Chicken Pox

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This information is about chicken pox. You’ll learn what chicken pox is, the symptoms of chicken pox and how to treat chicken pox.

Chicken pox is a virus infection that afflicts mainly children. There is now a vaccine available to prevent this infection. If your child has not already had thechicken pox, you can have your child immunized after 12 months of age. Children less than 13 years of age need one dose of the vaccine while teenagers and adults require two doses given 4 to 6 weeks apart.

There is no way to treat the disease itself. However, the symptoms and discomfort can be treated.

The symptoms of chicken pox generally develop about two to three weeks after exposure to the disease. The first symptoms are usually tiredness, loss of appetite, and a low fever — though in some children, the fever may go as high as 104 degrees.

A day or two later, a red, bumpy rash appears. (In some children, this rash may be the first evidence of illness.) In a matter of hours, the bumps — or “pox,” as they are called — gradually turn into tiny blisters. These blisters then break and form a crust, or scab.

The pox are more abundant on areas of the body usually covered by clothing. They usually start on the neck, back, and chest; then over the next few days, they spread to the arms, legs, and face. The pox may also appear on the mouth, throat, nose, scalp, vagina, and penis. Several stages of the rash may be seen at once, since the pox continue to appear in crops, for about four days. Some children may have only a few pox, while others may have hundreds.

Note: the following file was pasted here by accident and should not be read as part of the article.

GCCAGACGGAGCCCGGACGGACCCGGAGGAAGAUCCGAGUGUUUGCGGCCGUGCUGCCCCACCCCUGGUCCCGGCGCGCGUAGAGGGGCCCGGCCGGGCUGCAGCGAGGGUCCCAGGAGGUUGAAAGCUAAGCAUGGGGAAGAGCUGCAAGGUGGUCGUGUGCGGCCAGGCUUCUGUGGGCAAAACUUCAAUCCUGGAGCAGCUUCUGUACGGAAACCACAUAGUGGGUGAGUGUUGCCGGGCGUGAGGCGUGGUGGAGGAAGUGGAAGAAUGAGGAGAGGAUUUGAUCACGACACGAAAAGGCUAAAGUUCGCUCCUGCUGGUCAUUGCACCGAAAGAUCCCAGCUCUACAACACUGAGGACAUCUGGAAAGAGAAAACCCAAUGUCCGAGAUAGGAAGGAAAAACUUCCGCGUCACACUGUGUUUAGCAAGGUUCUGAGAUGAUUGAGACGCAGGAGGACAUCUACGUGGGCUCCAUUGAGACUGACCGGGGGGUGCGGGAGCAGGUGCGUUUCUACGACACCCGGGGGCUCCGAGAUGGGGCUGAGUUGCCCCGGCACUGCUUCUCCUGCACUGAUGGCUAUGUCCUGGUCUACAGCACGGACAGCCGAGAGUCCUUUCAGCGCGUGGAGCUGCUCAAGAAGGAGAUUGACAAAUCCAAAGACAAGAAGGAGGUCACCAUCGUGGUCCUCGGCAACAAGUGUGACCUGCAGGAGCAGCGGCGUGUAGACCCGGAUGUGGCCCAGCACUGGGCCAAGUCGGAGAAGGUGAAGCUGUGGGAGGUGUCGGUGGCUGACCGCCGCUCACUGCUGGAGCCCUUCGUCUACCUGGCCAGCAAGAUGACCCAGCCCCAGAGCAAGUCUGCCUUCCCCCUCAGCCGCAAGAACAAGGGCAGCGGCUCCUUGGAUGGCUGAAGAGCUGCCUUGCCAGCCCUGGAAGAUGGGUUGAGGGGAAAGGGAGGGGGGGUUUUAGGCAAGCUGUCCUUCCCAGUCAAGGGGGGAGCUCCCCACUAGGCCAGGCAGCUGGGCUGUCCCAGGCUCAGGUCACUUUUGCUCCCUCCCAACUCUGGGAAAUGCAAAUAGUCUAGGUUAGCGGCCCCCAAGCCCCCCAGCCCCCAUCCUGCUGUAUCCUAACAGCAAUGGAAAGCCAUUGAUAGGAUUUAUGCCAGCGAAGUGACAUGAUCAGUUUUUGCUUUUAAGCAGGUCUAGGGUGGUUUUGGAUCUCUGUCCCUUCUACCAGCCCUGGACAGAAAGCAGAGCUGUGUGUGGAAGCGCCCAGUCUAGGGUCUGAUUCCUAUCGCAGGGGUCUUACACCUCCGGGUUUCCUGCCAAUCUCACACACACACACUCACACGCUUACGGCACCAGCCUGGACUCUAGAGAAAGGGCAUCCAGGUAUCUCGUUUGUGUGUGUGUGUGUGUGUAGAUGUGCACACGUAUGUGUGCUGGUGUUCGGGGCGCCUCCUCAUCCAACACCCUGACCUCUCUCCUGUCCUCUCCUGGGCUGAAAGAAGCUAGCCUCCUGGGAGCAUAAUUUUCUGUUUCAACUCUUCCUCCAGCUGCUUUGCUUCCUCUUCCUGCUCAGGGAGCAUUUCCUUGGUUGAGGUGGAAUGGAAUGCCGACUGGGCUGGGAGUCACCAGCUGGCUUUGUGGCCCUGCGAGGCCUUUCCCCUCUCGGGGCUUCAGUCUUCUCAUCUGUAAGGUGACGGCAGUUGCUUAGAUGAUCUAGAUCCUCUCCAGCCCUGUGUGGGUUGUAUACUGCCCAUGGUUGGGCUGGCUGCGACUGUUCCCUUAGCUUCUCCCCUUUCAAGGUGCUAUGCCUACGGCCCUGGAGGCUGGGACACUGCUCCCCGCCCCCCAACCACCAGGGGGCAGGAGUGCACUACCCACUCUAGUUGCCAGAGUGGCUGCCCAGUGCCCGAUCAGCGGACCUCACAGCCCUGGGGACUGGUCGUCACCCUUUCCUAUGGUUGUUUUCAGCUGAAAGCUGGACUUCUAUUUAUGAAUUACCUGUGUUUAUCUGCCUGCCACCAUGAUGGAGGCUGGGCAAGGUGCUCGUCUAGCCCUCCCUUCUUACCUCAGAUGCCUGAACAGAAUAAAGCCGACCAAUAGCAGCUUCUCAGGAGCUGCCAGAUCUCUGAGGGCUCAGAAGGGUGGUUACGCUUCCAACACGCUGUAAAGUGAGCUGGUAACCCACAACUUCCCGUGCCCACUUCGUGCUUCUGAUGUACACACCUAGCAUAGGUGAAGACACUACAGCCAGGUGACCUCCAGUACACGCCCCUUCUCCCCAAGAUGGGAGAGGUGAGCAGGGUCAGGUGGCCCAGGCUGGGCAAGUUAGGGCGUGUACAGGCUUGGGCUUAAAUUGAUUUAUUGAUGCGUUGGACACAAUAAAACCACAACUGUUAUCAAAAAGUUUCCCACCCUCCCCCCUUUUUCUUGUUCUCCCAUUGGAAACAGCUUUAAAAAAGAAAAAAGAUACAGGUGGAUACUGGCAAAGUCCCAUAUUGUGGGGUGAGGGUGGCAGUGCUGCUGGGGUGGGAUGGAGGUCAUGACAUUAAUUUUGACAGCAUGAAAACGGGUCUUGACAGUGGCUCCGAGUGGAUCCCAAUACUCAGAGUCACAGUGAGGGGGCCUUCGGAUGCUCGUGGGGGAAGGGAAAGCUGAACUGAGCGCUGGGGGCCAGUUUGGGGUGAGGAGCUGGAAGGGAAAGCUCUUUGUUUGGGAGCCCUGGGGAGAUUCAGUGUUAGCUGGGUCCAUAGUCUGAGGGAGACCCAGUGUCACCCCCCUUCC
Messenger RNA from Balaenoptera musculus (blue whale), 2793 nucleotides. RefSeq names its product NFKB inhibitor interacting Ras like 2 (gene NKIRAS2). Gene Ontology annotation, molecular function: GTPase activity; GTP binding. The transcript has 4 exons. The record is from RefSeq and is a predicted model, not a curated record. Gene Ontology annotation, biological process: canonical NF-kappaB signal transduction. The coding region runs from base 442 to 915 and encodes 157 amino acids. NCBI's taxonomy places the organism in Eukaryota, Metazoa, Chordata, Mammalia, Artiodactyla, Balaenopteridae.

The fever may last up to four days and the blisters usually last a week. Your child is contagious from two days before the rash appears until the last blisters have become crusted. This usually takes seven to ten days.

You can’t treat chicken pox, but you can help your child feel more comfortable. The worst problem is itching. To relieve it, give your child baking soda or cornstarch baths, up to three times a day. Dissolve half a cup of baking soda or a quarter cup of cornstarch in a tub of warm water. Aveeno Oatmeal soap baths may also be used. Bathe the child at least once a day to clean the skin and prevent infection. Avoid excessive soap, which can increase itching and dry the skin.

Calamine lotion applied to the rash may reduce itching. Also, your health care provider may recommend Benadryl, taken by mouth, which is soothing.

Don’t let your child scratch the scabs, which can cause infection and lead to scarring. Keep your child’s fingernails short and wash the child’s hands several times a day with soap, to help avoid infection.

If your child has painful sores in the mouth, cold, non-carbonated liquids may be soothing. The child may not wish to eat, but encourage drinking clear liquids, to avoid dehydration.

A child with chicken pox doesn’t usually need medical attention, but if itching and fever are not relieved, contact your child’s health care provider.

If your child is irritable with a high fever, use an aspirin-free product such as acetaminophen to reduce fever. Do not give aspirin to children under 18 years of age. Aspirin may increase the chance of developing a serious illness called Reye’s Syndrome, which may occur after the child has had chicken pox or flu. To help keep your child comfortable, you can also use light clothing, lower the room temperature, and bathe the child with lukewarm water.

However, if your child has had convulsions due to fever, you should try hard to keep the fever under 100 degrees. Give fever-reducing medicine, following label directions or as your pediatrician has recommended.

It’s not necessary to keep your child in bed, but keep the child away from school and away from other children until the last pox have dried, or for one week after the rash appeared.

Please remember these key points:

  • The key symptom of chicken pox is a red, bumpy rash that turns to blisters.
  • Treat chicken pox symptoms by using baking soda baths and calamine lotion to reduce itching and non-aspirin pain reliever for fever.
  • Keep your child at home for at least seven days after the rash appears.
  • Do not give aspirin to children under 18 years of age.
Tags: acetaminophen, Viral diseases, Poxviruses, Aveeno, Chicken pox, Reye's Syndrome
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One Response to “Chicken Pox”
  1. i have many chicken pox how can i let this out can i take a shower?

    Well-loved. Like or Dislike: Thumb up 6 Thumb down 0

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